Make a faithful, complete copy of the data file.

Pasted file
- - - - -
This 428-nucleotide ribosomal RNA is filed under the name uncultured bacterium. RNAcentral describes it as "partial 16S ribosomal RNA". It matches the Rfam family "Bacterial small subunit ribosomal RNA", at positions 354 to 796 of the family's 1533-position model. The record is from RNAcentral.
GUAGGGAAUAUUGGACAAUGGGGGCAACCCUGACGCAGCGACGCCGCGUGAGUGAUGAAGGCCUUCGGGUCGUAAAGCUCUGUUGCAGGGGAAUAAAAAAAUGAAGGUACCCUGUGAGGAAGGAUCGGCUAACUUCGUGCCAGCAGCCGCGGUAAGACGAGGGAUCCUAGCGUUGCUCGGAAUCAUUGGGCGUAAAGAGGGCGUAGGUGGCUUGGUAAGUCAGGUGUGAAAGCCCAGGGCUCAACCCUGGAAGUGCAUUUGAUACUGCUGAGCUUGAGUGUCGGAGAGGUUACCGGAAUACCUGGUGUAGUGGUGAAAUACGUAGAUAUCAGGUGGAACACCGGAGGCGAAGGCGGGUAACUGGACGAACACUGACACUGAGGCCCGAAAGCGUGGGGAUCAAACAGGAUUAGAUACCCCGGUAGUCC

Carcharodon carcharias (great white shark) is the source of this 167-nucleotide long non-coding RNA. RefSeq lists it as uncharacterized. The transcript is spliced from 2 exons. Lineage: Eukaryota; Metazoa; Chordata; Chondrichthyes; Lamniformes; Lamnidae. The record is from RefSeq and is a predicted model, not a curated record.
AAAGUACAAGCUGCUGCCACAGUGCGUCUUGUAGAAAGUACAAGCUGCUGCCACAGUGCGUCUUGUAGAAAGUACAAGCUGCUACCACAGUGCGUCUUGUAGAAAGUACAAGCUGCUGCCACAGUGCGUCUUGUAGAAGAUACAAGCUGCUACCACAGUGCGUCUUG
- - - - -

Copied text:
This 428-nucleotide ribosomal RNA is filed under the name uncultured bacterium. RNAcentral describes it as "partial 16S ribosomal RNA". It matches the Rfam family "Bacterial small subunit ribosomal RNA", at positions 354 to 796 of the family's 1533-position model. The record is from RNAcentral.
GUAGGGAAUAUUGGACAAUGGGGGCAACCCUGACGCAGCGACGCCGCGUGAGUGAUGAAGGCCUUCGGGUCGUAAAGCUCUGUUGCAGGGGAAUAAAAAAAUGAAGGUACCCUGUGAGGAAGGAUCGGCUAACUUCGUGCCAGCAGCCGCGGUAAGACGAGGGAUCCUAGCGUUGCUCGGAAUCAUUGGGCGUAAAGAGGGCGUAGGUGGCUUGGUAAGUCAGGUGUGAAAGCCCAGGGCUCAACCCUGGAAGUGCAUUUGAUACUGCUGAGCUUGAGUGUCGGAGAGGUUACCGGAAUACCUGGUGUAGUGGUGAAAUACGUAGAUAUCAGGUGGAACACCGGAGGCGAAGGCGGGUAACUGGACGAACACUGACACUGAGGCCCGAAAGCGUGGGGAUCAAACAGGAUUAGAUACCCCGGUAGUCC

Carcharodon carcharias (great white shark) is the source of this 167-nucleotide long non-coding RNA. RefSeq lists it as uncharacterized. The transcript is spliced from 2 exons. Lineage: Eukaryota; Metazoa; Chordata; Chondrichthyes; Lamniformes; Lamnidae. The record is from RefSeq and is a predicted model, not a curated record.
AAAGUACAAGCUGCUGCCACAGUGCGUCUUGUAGAAAGUACAAGCUGCUGCCACAGUGCGUCUUGUAGAAAGUACAAGCUGCUACCACAGUGCGUCUUGUAGAAAGUACAAGCUGCUGCCACAGUGCGUCUUGUAGAAGAUACAAGCUGCUACCACAGUGCGUCUUG